I have had an enormous response to the email I sent out earlier this week, announcing the Intentional Awareness Training, schedule for June 10-12th located in Novato, California. A number of you asked for more information, particularly about how this work applies to parenting.
I think this timely story will bring it all home:
A few weeks ago while at a crowded picnic-carnival in an urban park, a 4-year-old child got entranced in a game of hide-&-seek with her friends.
Her mother turned her head for less than a minute to help someone move something, and while she looked away, her child ran off to hide.
A few minutes passed and when the other girls couldn’t find her daughter, they gave up.
The little girl’s mom called out for her daughter to come back, but the daughter didn’t respond.
Many of the parents at the park suddenly realized that this little girl was missing.
Within moments, a dozen parents were going into panic mode, and a few of them in tears. This is every parent’s worst nightmare.
The child’s mother, who is an extensively trained facilitator in the MythoSelf Process, intentionally applied the skill those who attend this program, will learn how to master at this upcoming program.
She fixated her attention with absolute intention and precision, in a way that kept her totally calm, fully alert and “in the zone”. She knew that panicking would only make her less likely to make good decisions and more likely to be distracted, things that in these critical moments were the opposite of what was needed to find her young child.
For over 10-15 dramatic and tense minutes, while some parents were freaking out, leading both themselves and the other kids to be in tears, this mom kept her composure and her intensity in tact, in spite of the fact that there was legitimate reason to be horrified.
When one of the other mom’s finally found the little girl hiding behind a large tree some distance away, she ran to the little girl scolding her for not responding when her mother called for her, causing panic in the suddenly shocked 4 year old.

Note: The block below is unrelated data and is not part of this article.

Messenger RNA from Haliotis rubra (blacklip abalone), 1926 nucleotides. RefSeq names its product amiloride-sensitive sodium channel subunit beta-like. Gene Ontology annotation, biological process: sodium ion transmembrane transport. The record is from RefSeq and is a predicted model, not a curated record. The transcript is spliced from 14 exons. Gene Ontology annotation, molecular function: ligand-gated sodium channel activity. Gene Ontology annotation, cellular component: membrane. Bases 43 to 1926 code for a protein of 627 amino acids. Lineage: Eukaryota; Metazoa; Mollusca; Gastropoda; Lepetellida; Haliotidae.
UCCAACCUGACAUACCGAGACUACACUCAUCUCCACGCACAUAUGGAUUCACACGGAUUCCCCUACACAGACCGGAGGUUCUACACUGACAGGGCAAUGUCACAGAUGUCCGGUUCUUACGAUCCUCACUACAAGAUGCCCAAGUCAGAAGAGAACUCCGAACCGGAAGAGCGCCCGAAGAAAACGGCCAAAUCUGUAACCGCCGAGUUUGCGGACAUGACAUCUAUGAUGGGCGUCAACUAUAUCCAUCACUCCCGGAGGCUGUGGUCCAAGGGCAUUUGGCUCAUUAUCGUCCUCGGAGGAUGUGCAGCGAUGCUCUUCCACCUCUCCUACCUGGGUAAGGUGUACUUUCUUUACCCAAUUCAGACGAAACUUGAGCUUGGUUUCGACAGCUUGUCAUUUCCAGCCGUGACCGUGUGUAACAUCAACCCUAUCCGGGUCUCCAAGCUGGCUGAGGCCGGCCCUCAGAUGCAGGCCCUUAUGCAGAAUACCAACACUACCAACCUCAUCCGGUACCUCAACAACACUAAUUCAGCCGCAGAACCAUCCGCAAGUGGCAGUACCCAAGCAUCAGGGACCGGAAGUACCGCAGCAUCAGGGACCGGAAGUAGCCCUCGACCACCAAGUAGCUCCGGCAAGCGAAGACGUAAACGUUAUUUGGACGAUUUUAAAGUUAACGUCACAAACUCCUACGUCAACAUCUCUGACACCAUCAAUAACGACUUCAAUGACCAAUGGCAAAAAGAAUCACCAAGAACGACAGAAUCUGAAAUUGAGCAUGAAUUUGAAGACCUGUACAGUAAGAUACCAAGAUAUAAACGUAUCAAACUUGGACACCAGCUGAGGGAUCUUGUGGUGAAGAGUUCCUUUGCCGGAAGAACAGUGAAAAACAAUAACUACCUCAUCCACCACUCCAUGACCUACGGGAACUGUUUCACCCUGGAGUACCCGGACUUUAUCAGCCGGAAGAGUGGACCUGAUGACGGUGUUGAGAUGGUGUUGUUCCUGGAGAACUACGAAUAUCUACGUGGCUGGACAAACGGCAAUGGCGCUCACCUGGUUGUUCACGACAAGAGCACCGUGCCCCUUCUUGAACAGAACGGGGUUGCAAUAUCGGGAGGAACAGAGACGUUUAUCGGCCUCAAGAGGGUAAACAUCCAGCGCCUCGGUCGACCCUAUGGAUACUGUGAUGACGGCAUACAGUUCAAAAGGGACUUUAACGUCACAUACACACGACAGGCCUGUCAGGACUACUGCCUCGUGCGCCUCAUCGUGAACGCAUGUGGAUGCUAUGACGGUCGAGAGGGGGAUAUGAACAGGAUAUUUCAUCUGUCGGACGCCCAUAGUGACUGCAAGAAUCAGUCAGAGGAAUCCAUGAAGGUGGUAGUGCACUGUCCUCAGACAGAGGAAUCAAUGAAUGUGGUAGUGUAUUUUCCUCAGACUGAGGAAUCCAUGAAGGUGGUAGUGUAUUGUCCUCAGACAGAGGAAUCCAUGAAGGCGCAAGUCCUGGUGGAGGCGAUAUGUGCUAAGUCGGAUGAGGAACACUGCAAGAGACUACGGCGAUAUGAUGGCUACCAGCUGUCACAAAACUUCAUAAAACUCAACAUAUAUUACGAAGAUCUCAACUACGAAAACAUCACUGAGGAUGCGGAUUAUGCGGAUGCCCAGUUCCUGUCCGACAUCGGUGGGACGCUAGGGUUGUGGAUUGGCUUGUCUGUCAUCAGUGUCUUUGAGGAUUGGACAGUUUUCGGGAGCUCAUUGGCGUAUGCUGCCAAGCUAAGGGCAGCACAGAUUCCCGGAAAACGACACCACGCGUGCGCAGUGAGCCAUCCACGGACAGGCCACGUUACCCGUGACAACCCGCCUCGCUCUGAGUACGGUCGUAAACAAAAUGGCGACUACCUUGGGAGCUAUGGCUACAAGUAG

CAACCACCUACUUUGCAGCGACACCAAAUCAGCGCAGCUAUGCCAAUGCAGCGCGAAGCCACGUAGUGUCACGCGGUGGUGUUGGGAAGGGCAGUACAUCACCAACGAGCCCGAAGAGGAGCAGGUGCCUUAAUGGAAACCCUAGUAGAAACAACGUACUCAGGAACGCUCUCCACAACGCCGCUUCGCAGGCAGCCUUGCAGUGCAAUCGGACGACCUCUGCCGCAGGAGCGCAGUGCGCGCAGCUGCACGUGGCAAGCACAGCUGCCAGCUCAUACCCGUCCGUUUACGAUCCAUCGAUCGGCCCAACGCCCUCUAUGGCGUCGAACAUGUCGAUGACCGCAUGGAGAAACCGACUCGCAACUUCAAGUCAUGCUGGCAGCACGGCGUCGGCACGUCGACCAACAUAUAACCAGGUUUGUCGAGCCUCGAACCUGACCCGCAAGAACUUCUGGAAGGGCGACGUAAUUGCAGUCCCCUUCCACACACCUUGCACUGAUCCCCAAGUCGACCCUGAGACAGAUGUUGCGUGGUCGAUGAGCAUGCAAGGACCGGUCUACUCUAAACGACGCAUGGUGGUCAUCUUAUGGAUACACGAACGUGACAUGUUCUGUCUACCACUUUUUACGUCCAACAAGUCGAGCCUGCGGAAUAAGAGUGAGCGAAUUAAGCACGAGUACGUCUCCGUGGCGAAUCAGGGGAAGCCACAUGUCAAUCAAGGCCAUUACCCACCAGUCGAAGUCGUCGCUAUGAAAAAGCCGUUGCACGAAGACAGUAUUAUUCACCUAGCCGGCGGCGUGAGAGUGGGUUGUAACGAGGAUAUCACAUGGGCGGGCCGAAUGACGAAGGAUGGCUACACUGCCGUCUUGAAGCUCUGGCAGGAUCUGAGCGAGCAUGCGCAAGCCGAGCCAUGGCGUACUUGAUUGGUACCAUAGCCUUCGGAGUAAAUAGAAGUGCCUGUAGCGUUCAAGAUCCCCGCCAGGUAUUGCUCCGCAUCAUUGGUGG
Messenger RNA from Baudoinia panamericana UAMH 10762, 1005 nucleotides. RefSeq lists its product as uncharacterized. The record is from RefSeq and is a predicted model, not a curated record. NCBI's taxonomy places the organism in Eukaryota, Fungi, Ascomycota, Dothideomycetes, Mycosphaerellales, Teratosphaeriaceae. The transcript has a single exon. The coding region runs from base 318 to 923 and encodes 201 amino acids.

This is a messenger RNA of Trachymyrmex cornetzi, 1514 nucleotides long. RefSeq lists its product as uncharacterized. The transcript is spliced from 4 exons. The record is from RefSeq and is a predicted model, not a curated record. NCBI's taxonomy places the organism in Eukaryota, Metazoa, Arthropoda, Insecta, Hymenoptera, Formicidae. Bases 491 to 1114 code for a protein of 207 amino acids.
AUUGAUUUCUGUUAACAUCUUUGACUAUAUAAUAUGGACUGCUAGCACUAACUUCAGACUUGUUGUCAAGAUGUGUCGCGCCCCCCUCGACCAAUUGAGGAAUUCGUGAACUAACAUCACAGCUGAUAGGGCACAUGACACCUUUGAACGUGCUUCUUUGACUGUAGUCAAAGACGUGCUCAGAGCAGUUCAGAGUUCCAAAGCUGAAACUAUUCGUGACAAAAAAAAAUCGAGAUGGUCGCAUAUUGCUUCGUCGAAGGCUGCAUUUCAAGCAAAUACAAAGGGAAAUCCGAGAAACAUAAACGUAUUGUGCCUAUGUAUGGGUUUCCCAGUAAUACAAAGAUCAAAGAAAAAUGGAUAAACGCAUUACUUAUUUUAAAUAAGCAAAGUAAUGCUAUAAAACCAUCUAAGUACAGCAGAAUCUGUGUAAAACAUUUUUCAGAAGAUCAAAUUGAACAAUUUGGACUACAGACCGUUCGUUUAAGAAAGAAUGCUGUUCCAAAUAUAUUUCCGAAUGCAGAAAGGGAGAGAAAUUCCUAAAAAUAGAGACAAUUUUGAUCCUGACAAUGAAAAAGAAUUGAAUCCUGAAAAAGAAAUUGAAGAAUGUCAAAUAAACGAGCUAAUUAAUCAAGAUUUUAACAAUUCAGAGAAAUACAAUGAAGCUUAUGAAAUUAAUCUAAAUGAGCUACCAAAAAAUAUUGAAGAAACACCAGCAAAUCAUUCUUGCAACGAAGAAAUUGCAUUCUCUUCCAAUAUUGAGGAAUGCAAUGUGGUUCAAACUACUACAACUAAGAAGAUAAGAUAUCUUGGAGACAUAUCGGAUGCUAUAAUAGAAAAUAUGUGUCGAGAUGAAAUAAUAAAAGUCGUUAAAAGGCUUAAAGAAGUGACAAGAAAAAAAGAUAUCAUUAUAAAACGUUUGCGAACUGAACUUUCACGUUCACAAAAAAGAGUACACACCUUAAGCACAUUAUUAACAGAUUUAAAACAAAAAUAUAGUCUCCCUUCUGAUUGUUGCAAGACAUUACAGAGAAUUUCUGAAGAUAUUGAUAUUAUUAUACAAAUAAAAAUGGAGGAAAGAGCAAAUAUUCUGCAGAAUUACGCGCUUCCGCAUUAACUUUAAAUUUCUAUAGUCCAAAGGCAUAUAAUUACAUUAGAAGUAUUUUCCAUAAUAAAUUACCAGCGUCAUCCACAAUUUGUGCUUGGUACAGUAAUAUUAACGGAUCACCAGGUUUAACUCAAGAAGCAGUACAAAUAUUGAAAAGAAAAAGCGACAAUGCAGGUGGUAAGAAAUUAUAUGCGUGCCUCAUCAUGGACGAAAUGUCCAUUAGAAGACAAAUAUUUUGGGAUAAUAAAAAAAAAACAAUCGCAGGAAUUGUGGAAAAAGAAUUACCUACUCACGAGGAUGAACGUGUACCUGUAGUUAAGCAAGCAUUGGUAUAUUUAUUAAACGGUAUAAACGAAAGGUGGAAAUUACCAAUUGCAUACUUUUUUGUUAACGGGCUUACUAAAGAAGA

Suddenly the little girl was sobbing and terrified, not knowing what she had done wrong. In her mind, she was just playing a game and totally unaware that adults were searching for her everywhere.
In seconds, the now sobbing little girl was reunited with her mother, who still, in spite of everything that had just occurred, was totally calm and composed. With the mother’s few words and totally congruent non-verbal message of reassurance that came from being calm and at-ease, the mom quickly got her daughter to stop crying and accept that everything was okay.
At the end of the day, when the little girl told her father about her day, she spoke of all the magical costumes, the face painting, the games with friends… with no mention of the hide-and-seek incident other than to say that she learned that hide-and-seek is a game that is only okay to play in certain environments and when she knows a grown-up is watching.
The next day at drop-off at school, no less than three parents came up to the girl’s mother not to ask how she was doing, but rather to comment on how amazed they were at how composed and calm she was in a situation where they themselves would have lost (or did lose) their composure and ‘clear-headedness’.
“How in the world were you able to handle yourself like that?” she was asked.
She has since emailed most of these mothers’ the information about, ˜The Art of Intentional Awareness™ a Mythoself program, with one simple line: